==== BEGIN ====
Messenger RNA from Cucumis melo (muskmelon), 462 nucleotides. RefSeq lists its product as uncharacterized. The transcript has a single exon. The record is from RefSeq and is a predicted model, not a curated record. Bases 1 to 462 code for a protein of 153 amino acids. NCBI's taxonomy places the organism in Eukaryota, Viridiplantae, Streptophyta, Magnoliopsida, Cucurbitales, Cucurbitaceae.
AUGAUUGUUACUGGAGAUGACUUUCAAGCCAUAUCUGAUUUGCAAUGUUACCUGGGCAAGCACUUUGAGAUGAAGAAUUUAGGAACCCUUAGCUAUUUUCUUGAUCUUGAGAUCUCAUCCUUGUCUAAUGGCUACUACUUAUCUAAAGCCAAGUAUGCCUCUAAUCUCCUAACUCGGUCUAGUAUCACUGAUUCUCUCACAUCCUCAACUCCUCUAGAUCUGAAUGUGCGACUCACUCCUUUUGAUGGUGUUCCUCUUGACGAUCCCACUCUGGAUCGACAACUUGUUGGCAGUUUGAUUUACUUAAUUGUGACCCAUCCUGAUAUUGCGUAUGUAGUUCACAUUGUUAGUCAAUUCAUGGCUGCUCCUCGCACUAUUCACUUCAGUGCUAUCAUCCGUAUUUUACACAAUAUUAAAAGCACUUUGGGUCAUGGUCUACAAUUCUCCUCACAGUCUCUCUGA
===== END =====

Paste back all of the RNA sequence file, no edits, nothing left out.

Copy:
Messenger RNA from Cucumis melo (muskmelon), 462 nucleotides. RefSeq lists its product as uncharacterized. The transcript has a single exon. The record is from RefSeq and is a predicted model, not a curated record. Bases 1 to 462 code for a protein of 153 amino acids. NCBI's taxonomy places the organism in Eukaryota, Viridiplantae, Streptophyta, Magnoliopsida, Cucurbitales, Cucurbitaceae.
AUGAUUGUUACUGGAGAUGACUUUCAAGCCAUAUCUGAUUUGCAAUGUUACCUGGGCAAGCACUUUGAGAUGAAGAAUUUAGGAACCCUUAGCUAUUUUCUUGAUCUUGAGAUCUCAUCCUUGUCUAAUGGCUACUACUUAUCUAAAGCCAAGUAUGCCUCUAAUCUCCUAACUCGGUCUAGUAUCACUGAUUCUCUCACAUCCUCAACUCCUCUAGAUCUGAAUGUGCGACUCACUCCUUUUGAUGGUGUUCCUCUUGACGAUCCCACUCUGGAUCGACAACUUGUUGGCAGUUUGAUUUACUUAAUUGUGACCCAUCCUGAUAUUGCGUAUGUAGUUCACAUUGUUAGUCAAUUCAUGGCUGCUCCUCGCACUAUUCACUUCAGUGCUAUCAUCCGUAUUUUACACAAUAUUAAAAGCACUUUGGGUCAUGGUCUACAAUUCUCCUCACAGUCUCUCUGA